Bleeding a radiator is a very simple task that can mean your radiators get hotter and make your central heating system work more efficiently. Excess air stops the radiators from working correctly and can mean that a radiator suffers from cold spots.
It is not good to have air in a central heating system as this causes corrosion of the steel in the radiators alongside reducing the amount of heat they will omit. Here at Column Rads we have put together as step by step guide to help you bleed you radiators along with an instructional video, so you can’t go wrong.
Step 1 – Turn the heating on low
Ensure your central heating system is running, but make sure it is not too hot as the water inside will be very hot when you come to vent the air. This can be done by turning down the thermostat onto a low setting. Adjust the radiator valves so that they produce less heat.
Step 2 – Find the most suitable radiator to bleed
Find the most suitable radiator to bleed in your house. Air tends to accumulate in certain radiators that form part of your system such as heated towel rails, the last radiator in the system or highest point in the system. Bathroom radiator towel rails are very susceptible to air accumulating and this is probably the easiest place to vent it and also the easiest place to add inhibitor like Fernox F1 Express as it is accessible. This inhibitor will help to protect your system against corrosion and lime scale helping keep it more efficient for longer.
Step 3 – Find the radiator key and air vent
Most air vents today have a flat head slot and a square head like the image below. The air vent is the part of the radiator that can be turned with a radiator key to let the air out of the system. Old fashioned panel radiators have the bleed valve built into the radiator and these are generally just a square head. Heated towel radiator are similar in configuration. If you are unable to find your radiator key, they are readily available to buy from Column Rads, but any new radiator purchased in the Revive range of radiators comes complete with a bleed key.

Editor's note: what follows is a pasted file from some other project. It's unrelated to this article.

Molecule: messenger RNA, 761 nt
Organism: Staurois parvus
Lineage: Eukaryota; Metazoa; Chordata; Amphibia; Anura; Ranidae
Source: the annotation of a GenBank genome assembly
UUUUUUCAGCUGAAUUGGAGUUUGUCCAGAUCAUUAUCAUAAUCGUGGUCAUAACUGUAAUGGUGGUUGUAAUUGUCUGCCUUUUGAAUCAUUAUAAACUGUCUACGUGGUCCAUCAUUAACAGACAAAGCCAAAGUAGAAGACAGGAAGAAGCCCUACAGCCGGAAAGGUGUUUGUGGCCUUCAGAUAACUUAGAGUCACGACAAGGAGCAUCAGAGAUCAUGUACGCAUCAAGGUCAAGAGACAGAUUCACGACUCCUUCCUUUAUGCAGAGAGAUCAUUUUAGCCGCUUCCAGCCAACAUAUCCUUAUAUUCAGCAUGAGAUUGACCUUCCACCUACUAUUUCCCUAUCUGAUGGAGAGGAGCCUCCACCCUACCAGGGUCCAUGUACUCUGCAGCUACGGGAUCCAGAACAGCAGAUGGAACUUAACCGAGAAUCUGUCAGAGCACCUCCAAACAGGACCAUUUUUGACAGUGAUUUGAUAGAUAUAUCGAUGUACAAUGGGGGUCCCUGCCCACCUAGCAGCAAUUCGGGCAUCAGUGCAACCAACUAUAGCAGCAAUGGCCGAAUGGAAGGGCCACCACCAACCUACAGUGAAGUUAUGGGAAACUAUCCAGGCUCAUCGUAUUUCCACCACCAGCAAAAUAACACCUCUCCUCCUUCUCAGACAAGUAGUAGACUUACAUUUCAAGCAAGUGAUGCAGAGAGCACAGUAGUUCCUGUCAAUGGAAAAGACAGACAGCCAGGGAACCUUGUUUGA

You will need the radiator key, an old rag to catch any excess water from the system and an old towel on the floor if it goes really wrong.
Step 4 – Bleeding the radiators
Use the radiator key or a flat headed screw driver to turn the bleed screw on the bleed nipple anti-clockwise and gradually listen for escaping air. This sounds like a hissing noise. Make sure you do this gradually and do not allow the air to escape too quickly. This will give you more control to shut off the vent once the air has been removed from the system.
The air will be released first. Don't shut the vent until the hissing sound has stopped. Once hot water starts to come out shut off the bleed valve with the slotted screwdriver. Be careful that the water is not too hot.
It is as simple as that and as long as you are slow and carefully you will not have a problem. Straight away you will feel the radiator get hotter and the system will be working more efficiently. Air can accumulate in any radiator so it is really worthwhile checking them all and if persistent air pockets are found then you may need to investigate further. Column Rads can diagnose most common problems because we have so much experience in heating, so please give us a call.
What to do if your radiator still feels cold
If you feel that the radiator is not hot all over then you could have sludge build up in the radiator, which generally accumulates at the bottom in the middle as it is heavier than water. If after bleeding your radiators you find they are still cold you will need to treat it with a cleanser or cleaner.
How to bleed a radiator video
The following video has been created by CORGI and provides a simple step by step guide by a qualified CORGI engineer showing the correct procedure for bleeding your radiators. Bleeding radiators yourself is quite a simple process once you know how.